Appealing an Order
Once a Court Order is made (either at an Interim or Final Hearing) if one of the parties is dissatisfied with the decision, they can Appeal, and try and set aside the decision. An Appeal is not a rehearing of the matter (not hearing all the evidence again) but it requires the Appeal Court to be convinced that the Trial Judge made an appealable error. The Appeal Court must be persuaded that the Trial Judge:
- Applied a wrong principle of law; or
- Made a finding of fact on an important issue which could not be supported by the evidence; or
- Exercised his or her discretion to arrive at a decision which was clearly wrong.
A Notice of an Appeal must be lodged within 28 days of an Order being made. It is possible to apply for leave to Appeal ‘out of time’, although there is no guarantee the court will grant such leave. The relevant factors the court will consider in granting leave include:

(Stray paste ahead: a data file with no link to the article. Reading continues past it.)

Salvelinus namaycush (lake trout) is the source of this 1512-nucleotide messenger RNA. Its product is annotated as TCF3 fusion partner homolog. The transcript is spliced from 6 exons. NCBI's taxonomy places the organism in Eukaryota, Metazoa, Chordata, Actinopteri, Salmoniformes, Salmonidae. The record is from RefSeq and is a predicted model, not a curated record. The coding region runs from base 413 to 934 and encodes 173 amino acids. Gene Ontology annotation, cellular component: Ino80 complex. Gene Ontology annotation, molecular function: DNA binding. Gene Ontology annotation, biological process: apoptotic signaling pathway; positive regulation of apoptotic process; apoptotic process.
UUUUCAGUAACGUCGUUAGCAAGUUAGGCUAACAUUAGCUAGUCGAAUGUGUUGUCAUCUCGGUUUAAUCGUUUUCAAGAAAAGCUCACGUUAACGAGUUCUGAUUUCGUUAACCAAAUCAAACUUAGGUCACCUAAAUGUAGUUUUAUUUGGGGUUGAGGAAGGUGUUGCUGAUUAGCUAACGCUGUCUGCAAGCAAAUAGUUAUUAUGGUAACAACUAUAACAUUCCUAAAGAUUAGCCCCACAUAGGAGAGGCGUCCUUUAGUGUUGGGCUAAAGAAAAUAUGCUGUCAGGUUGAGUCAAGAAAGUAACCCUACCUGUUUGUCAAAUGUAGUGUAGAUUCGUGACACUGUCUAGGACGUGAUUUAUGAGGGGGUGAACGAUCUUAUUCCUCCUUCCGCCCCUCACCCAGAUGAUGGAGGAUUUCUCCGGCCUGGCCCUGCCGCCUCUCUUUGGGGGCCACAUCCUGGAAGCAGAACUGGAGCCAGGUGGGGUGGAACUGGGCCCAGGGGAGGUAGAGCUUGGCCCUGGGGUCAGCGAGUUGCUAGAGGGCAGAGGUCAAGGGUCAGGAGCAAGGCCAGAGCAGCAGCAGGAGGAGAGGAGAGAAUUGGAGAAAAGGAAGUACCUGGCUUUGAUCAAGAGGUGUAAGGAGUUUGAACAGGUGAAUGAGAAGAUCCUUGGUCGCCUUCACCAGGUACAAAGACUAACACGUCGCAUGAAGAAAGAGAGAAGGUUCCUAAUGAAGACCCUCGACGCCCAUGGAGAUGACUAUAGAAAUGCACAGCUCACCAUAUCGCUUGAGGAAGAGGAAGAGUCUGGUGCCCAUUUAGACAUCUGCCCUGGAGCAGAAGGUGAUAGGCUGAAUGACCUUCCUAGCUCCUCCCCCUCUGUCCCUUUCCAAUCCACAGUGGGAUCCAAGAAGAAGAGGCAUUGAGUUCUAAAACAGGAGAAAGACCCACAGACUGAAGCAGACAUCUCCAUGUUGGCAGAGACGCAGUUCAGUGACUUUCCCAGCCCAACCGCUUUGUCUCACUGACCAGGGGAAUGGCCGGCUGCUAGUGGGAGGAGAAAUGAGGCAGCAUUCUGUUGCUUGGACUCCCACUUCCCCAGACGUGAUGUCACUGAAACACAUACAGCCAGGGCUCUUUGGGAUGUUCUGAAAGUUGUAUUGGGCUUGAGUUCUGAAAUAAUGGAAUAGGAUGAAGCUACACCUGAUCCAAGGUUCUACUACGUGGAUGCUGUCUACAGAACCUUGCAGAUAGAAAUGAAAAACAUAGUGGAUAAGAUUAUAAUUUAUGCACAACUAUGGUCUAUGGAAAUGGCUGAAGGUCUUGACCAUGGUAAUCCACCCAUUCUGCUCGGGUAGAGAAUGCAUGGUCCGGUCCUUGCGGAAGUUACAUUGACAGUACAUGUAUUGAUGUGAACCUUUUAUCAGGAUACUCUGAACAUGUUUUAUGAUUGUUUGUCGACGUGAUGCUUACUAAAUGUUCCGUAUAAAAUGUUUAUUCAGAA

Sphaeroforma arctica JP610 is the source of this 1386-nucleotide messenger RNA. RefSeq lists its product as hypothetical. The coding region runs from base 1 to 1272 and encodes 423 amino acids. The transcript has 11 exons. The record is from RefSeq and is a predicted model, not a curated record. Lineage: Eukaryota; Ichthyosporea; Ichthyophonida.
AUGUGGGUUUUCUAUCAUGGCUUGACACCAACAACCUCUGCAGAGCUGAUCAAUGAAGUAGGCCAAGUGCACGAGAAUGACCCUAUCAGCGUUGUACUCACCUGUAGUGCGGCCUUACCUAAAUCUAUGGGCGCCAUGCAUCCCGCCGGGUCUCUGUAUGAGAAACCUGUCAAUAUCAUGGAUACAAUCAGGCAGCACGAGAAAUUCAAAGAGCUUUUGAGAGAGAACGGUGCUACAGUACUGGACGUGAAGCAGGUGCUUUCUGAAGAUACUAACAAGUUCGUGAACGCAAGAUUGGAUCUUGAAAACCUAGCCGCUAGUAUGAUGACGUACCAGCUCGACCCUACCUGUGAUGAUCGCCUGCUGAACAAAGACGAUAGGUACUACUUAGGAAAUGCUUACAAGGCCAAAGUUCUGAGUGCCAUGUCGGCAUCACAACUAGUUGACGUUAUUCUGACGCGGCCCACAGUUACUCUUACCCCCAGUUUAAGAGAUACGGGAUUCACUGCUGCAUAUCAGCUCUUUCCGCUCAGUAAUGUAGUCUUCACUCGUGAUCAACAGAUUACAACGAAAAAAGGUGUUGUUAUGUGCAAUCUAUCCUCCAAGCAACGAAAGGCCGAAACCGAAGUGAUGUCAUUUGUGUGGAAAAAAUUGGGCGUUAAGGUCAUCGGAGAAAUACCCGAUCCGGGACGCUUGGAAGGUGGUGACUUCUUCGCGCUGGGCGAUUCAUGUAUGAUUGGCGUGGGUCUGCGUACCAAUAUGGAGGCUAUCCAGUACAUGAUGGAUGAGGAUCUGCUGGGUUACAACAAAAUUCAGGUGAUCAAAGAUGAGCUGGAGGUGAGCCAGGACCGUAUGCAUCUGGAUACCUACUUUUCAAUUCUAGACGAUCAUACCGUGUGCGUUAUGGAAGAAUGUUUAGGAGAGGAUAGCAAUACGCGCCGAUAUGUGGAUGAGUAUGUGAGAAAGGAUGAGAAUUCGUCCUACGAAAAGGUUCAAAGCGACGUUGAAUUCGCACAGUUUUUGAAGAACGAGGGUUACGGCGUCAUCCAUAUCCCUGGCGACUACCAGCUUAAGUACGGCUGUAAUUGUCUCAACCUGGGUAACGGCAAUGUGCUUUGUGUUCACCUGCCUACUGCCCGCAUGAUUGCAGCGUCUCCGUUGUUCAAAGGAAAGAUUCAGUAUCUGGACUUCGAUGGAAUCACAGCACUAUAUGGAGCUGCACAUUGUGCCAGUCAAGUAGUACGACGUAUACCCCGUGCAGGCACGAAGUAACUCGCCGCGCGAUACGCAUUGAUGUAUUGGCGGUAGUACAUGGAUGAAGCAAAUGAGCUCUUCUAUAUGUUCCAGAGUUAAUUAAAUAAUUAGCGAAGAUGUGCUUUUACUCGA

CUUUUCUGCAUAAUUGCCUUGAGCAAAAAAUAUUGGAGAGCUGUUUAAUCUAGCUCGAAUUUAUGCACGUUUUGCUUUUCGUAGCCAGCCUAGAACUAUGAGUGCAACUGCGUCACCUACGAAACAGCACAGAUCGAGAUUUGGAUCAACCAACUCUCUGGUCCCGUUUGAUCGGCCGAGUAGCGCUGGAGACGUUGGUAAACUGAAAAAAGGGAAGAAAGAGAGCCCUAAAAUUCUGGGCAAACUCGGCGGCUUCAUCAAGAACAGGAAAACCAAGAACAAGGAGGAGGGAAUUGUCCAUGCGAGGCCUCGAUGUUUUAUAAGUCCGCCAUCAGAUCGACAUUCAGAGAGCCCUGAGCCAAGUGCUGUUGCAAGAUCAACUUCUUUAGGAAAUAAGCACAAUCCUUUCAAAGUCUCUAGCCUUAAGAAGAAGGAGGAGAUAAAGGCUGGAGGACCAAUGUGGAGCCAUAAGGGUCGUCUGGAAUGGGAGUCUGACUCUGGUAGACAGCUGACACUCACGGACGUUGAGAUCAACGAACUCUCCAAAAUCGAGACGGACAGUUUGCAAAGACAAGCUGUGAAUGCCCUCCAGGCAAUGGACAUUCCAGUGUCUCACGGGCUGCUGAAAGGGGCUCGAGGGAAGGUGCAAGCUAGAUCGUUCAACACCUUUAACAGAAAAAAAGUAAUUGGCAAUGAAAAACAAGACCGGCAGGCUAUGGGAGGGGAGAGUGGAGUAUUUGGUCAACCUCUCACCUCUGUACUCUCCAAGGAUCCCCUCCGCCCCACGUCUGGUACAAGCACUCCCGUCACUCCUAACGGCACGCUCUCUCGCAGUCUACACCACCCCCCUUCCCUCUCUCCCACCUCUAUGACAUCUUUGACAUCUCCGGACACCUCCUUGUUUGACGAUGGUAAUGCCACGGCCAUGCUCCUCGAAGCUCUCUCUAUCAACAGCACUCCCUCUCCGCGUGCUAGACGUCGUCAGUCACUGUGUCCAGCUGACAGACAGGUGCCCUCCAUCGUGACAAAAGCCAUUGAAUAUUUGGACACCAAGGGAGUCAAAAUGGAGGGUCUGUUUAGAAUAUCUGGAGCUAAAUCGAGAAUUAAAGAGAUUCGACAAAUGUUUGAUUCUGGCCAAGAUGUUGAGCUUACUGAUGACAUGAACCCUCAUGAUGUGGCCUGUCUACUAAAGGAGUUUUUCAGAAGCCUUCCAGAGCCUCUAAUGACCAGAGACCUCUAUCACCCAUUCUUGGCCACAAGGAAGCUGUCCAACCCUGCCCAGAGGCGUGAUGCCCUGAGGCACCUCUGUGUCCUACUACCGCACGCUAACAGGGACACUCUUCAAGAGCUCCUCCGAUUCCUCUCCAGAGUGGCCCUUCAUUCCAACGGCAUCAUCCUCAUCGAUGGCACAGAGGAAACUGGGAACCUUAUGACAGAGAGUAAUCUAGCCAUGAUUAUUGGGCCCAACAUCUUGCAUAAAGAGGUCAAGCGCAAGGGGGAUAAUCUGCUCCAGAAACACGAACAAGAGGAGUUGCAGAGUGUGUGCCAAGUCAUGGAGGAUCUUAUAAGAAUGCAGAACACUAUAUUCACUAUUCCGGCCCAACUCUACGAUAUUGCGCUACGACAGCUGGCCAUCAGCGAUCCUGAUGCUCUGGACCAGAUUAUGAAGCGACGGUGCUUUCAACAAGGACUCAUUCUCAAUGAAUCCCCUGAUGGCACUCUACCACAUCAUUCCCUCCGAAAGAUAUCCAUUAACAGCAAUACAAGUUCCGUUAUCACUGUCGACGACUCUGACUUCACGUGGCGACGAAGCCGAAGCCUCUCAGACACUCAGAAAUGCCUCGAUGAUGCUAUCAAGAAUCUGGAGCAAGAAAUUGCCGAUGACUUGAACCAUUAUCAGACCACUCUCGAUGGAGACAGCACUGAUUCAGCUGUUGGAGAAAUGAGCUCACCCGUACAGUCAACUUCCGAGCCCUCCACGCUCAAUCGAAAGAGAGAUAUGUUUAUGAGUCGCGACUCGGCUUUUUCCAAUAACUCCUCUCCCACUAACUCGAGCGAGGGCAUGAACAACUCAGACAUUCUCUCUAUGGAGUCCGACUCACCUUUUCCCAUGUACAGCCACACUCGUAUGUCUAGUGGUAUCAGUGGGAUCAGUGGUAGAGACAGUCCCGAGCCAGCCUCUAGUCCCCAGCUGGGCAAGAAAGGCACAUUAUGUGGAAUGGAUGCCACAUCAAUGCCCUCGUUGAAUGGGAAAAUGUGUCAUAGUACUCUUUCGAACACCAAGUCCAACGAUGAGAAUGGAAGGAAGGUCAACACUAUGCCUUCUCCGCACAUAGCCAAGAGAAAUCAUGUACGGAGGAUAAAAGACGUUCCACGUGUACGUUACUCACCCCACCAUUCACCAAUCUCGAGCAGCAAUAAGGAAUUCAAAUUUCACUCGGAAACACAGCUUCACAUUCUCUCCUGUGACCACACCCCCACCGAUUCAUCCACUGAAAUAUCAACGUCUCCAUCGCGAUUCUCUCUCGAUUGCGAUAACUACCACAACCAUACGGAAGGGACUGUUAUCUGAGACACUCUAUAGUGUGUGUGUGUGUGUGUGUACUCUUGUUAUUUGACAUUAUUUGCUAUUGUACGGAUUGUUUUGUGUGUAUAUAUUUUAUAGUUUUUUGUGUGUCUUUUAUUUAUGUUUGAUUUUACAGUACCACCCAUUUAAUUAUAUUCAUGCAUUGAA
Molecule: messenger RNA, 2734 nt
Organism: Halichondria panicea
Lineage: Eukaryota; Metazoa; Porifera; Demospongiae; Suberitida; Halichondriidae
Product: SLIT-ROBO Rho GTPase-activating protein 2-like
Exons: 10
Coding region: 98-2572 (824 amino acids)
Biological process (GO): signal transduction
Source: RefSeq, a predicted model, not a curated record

- The length of the delay;
- The reasons for the delay;
- Any disadvantage it has caused the other party;
- The merits of the proposed appeal; and
- The overall justice of the case.
Filing an Appeal does not automatically affect the Orders made by the Judge. This means that both parties must obey the orders, even if an Appeal has been filed. If a party wishes to stop the operation of the court order until the Appeal is decided, that party must make an Application before the trial judge seeking a ‘stay of the order’. An Application to Stay an Order can only be filed after the Appeal has been filed.
If you find yourself in a situation where you need to file for an Appeal and require the assistance of an Accredited Specialist in Family Law, please contact our office on 07 3221 4300 and make an appointment to speak to one of our specialists.